There are no pressure-sensitive components in a mechanical valve, since it contains no gas pockets. There are no issues with respect to hyperbaric oxygen therapy regarding a prosthetic valve.

We have a patient needing to start HBO2, but does peritoneal dialysis at night and states that there is about a liter of fluid left in his abdomen during the day. Would it be safe to treat the patient with that much fluid?
Published: 29 February 2016

We have a patient needing to start HBO2, but does peritoneal dialysis at night and states that there is about a liter of fluid left in his abdomen during the day. Would it be safe to treat the patient with that much fluid?

There is no risk of having 1 L of fluid in the peritoneal cavity.

One of the topics that has come up in our center is the concern surrounding treating active cancer (CA) patients. I would really appreciate your thoughts on this topic. From all the studies I've read, there still seems to be a fair amount of ambiguity in this area. Above all, I've yet to read a study where the results are conclusive; whether for or against the usage of HBO2 for the treatment of CA.
Published: 21 October 2016

One of the topics that has come up in our center is the concern surrounding treating active cancer (CA) patients. I would really appreciate your thoughts on this topic. From all the studies I've read, there still seems to be a fair amount of ambiguity in this area. Above all, I've yet to read a study where the results are conclusive; whether for or against the usage of HBO2 for the treatment of CA.

One of the topics that has come up in our center is the concern surrounding treating active cancer (CA) patients.  I would really appreciate your thoughts on this topic.  From all the studies I've read, there still seems to be a fair amount of ambiguity in this area.  Above all, I've yet to read a study where the results are conclusive; whether for or against the usage of HBO2 for the treatment of CA.  As a medical director, how do you approach these patients during the initial consultation with regards to the medical legal aspect?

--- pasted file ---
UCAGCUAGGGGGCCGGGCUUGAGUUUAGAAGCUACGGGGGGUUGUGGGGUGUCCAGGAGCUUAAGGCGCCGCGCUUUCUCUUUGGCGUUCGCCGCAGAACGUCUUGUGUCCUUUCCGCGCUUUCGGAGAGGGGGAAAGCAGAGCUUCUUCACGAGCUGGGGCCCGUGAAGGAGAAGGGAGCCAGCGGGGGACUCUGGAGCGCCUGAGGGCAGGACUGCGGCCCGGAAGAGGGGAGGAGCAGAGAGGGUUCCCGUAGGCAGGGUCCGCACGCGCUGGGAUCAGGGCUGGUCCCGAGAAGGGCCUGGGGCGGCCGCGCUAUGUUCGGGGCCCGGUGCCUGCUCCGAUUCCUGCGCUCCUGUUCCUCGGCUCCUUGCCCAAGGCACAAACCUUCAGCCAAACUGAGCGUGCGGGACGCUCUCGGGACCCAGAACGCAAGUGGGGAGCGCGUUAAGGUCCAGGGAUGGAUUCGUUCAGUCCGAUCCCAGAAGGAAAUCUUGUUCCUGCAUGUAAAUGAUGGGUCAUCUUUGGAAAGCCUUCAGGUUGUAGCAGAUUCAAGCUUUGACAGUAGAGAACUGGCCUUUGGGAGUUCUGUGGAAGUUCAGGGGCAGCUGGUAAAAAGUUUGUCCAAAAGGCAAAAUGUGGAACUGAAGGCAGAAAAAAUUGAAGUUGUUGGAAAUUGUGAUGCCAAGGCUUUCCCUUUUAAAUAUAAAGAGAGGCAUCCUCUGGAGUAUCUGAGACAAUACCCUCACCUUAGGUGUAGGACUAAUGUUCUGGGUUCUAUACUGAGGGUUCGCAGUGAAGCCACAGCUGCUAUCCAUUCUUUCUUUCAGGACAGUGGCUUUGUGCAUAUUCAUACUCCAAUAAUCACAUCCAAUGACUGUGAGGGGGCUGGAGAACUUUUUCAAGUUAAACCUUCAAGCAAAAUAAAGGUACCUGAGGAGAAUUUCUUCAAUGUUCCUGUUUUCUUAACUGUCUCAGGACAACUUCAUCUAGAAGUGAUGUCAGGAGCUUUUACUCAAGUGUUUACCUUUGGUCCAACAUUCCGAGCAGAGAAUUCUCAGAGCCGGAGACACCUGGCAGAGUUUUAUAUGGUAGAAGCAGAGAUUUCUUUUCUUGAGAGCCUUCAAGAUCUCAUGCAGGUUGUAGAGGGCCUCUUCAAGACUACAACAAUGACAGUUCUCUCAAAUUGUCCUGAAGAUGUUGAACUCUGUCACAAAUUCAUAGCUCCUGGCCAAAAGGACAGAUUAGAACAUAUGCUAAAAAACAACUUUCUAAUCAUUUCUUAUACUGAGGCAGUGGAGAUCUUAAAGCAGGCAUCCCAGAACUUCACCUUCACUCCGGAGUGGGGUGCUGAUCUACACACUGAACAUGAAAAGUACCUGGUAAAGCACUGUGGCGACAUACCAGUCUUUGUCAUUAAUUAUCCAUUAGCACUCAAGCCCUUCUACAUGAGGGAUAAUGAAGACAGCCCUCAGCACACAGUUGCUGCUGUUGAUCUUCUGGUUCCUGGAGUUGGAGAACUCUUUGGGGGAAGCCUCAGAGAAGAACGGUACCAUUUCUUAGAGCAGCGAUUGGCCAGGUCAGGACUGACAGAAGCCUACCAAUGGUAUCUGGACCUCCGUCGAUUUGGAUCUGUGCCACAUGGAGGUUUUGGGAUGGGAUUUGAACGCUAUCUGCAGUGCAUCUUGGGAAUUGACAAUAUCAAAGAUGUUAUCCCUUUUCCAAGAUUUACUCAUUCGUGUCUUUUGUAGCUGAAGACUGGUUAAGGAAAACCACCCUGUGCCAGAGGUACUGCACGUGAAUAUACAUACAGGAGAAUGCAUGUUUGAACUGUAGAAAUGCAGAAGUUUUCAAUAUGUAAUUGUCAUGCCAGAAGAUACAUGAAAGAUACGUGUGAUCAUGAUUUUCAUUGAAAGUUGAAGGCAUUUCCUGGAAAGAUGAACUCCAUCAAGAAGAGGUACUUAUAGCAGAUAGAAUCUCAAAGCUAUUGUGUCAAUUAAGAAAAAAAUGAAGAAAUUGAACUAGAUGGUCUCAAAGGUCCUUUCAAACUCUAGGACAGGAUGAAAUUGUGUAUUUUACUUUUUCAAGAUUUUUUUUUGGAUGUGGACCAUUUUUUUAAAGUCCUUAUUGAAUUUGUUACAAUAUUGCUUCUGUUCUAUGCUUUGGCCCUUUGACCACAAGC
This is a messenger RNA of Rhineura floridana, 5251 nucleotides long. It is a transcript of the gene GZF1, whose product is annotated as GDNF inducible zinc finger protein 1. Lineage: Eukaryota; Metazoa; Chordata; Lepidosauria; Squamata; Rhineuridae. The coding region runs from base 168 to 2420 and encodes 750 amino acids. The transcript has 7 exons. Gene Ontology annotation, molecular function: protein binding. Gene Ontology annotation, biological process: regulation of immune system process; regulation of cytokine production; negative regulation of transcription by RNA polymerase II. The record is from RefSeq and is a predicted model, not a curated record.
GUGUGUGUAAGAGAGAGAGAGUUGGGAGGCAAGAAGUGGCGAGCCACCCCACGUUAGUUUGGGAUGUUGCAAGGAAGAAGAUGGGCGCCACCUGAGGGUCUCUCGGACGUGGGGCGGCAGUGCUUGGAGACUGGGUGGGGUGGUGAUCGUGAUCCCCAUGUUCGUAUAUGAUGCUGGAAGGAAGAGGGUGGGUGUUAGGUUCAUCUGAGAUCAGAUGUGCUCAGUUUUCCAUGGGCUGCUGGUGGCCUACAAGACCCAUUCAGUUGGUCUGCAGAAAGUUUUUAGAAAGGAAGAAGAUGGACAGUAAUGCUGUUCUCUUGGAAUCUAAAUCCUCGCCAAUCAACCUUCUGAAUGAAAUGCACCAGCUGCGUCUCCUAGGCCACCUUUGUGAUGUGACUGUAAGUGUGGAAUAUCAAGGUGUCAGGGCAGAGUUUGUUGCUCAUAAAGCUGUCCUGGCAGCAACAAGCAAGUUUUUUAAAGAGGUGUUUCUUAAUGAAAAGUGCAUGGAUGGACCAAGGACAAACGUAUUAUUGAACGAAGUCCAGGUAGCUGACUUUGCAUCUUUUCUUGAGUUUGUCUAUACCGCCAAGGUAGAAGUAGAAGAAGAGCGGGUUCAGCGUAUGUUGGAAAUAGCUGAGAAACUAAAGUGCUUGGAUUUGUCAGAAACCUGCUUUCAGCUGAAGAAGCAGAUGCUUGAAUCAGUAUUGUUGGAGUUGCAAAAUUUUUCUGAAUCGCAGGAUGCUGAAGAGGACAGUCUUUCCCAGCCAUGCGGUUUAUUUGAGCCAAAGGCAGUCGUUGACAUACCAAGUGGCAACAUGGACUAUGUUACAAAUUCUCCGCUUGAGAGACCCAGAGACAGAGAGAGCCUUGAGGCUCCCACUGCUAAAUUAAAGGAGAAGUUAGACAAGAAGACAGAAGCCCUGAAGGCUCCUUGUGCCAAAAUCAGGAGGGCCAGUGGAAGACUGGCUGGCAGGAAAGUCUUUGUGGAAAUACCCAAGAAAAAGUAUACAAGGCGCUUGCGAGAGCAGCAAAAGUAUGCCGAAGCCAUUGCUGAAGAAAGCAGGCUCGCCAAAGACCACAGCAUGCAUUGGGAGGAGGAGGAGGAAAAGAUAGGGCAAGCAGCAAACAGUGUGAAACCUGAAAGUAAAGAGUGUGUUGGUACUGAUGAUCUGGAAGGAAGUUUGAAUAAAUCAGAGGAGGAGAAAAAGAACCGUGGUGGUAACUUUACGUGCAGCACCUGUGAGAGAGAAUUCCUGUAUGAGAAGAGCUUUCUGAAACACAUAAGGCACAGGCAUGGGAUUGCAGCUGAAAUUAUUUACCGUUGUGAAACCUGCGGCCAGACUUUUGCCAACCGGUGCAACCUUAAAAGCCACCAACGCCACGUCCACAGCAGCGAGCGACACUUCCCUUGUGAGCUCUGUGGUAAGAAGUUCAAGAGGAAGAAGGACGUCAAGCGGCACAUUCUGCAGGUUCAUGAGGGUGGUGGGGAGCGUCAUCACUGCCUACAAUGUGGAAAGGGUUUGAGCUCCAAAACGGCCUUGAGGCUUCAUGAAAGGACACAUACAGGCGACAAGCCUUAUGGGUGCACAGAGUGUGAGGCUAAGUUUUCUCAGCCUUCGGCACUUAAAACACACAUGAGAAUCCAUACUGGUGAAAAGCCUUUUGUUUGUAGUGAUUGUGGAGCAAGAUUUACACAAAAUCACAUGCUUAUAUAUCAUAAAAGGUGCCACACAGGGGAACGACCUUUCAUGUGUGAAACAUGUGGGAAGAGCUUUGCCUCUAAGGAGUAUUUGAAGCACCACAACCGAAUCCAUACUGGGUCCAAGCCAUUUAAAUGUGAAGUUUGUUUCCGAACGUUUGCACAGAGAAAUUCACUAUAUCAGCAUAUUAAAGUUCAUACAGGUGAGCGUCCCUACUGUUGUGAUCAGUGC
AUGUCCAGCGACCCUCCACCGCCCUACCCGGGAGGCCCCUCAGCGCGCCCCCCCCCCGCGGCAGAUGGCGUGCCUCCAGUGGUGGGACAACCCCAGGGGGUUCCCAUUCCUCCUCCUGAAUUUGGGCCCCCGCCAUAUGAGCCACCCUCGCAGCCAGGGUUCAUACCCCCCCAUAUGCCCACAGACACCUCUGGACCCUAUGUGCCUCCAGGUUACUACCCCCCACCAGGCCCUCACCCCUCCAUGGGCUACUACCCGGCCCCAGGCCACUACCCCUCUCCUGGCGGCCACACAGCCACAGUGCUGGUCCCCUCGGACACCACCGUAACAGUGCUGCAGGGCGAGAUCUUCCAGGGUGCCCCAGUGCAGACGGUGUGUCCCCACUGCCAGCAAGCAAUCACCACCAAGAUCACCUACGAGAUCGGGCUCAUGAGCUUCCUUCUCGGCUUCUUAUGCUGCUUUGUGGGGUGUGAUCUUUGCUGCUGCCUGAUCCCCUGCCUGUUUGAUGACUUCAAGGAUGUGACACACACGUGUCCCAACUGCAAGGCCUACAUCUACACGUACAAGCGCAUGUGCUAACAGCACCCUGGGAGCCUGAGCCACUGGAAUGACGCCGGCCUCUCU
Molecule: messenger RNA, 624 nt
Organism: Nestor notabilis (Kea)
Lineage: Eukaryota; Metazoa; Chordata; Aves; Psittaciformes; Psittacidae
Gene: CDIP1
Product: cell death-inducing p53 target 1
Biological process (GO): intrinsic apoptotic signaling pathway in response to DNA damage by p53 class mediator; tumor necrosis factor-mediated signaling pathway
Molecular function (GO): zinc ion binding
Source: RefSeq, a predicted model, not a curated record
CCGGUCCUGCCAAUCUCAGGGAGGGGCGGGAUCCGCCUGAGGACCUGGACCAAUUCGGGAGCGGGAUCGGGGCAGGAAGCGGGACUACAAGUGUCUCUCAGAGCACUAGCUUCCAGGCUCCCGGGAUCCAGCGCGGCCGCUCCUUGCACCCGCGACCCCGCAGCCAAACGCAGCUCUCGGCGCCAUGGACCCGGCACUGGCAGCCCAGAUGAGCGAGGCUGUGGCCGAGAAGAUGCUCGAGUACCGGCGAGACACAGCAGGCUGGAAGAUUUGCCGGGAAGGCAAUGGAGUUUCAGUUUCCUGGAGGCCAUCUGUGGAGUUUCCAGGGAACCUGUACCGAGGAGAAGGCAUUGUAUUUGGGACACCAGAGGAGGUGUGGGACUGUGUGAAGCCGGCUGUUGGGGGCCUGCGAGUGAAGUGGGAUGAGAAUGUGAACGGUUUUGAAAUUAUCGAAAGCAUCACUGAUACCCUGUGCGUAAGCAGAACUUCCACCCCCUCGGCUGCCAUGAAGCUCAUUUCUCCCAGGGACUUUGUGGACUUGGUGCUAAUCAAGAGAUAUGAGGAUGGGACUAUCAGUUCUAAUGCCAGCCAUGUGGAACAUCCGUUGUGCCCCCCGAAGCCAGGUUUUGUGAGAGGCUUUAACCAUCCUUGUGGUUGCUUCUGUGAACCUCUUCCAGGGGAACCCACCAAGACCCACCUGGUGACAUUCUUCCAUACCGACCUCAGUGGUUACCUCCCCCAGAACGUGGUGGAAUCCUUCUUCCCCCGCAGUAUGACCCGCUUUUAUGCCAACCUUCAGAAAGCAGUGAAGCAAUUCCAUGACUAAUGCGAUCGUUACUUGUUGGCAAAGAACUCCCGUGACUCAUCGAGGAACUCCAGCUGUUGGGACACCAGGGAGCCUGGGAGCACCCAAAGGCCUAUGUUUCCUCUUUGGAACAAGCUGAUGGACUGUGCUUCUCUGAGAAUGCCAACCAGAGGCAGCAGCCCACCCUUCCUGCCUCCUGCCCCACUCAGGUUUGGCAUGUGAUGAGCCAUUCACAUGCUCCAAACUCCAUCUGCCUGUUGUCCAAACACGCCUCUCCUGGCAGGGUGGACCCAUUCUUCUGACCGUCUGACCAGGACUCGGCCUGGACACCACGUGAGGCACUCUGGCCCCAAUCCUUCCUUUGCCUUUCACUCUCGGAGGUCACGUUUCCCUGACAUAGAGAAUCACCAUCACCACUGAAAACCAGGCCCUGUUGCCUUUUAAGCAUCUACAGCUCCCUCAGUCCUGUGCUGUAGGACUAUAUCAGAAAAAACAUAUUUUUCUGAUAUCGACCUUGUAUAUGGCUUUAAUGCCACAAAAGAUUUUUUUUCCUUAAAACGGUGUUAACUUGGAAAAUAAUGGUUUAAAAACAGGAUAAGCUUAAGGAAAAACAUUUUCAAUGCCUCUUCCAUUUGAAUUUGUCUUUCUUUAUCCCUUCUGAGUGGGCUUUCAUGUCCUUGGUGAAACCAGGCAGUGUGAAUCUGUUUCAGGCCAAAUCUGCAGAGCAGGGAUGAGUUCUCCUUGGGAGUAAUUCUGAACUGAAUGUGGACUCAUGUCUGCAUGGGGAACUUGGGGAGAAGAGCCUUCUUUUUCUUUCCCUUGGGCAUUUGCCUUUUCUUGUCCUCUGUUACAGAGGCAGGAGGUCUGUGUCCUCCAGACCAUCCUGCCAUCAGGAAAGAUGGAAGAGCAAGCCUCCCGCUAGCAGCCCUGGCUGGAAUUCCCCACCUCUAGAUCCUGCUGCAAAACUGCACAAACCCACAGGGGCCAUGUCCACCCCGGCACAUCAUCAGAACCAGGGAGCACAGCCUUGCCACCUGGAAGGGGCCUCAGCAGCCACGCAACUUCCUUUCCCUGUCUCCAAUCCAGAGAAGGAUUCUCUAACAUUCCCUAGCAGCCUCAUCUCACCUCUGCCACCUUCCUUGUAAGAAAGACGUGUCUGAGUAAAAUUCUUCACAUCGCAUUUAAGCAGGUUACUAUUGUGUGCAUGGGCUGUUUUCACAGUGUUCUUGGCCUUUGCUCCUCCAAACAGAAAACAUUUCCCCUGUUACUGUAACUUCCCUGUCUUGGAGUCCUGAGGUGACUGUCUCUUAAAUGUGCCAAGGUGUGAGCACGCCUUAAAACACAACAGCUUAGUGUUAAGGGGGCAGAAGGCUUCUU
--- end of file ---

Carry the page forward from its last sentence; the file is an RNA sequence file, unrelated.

I am attaching the paper I did a number of yrs ago which was fairly comprehensive at that time. Since then there have been a smattering of papers, mostly case reports or pre-clinical studies which are a mixed bag. I am still convinced that the evidence supporting a renewal or acceleration of cancer growth is not at all impressive. I advise those who ask me to include a statement like this in their consent..."While the vast majority of published papers show no evidence of cancer recurrence or enhanced growth, based on a few papers with very few patients some authors have expressed their concerns about cancer growth. You should take this information under consideration if you decide to have hyperbaric treatments." Many publications that question the issue of cancer growth and suggest that HBO does enhance growth are directly contradicted by papers of the same or similar design

See attached. It is not a straightforward issue. Some patients with cancer recur and some develop rapid growth (probably after collapse of their inherent immune response.) This happens whether or not they have HBO treatments.

pdfHyperbaric Oxygen: Does it promote growth or recurrence of malignancy?

I am looking for a Standard Guideline for the half-lives for Amiodarone, cisplatin, doxorubicin, sulfamylon and disulfiram and when we can treat a patient with HBO2 after they complete these medications?
Published: 01 February 2017

I am looking for a Standard Guideline for the half-lives for Amiodarone, cisplatin, doxorubicin, sulfamylon and disulfiram and when we can treat a patient with HBO2 after they complete these medications?

I am attaching a word document where I have downloaded from a Google search just using the drug serum half-life as search words, e.g. Amiodarone serum half-life. I have found all the drugs except Sulfamylon. Sulfamylon as far as I know is used as a topical drug and I don't think there are clear guidelines on serum absorption or serum half-life. I have highlighted info that I think is pertinent.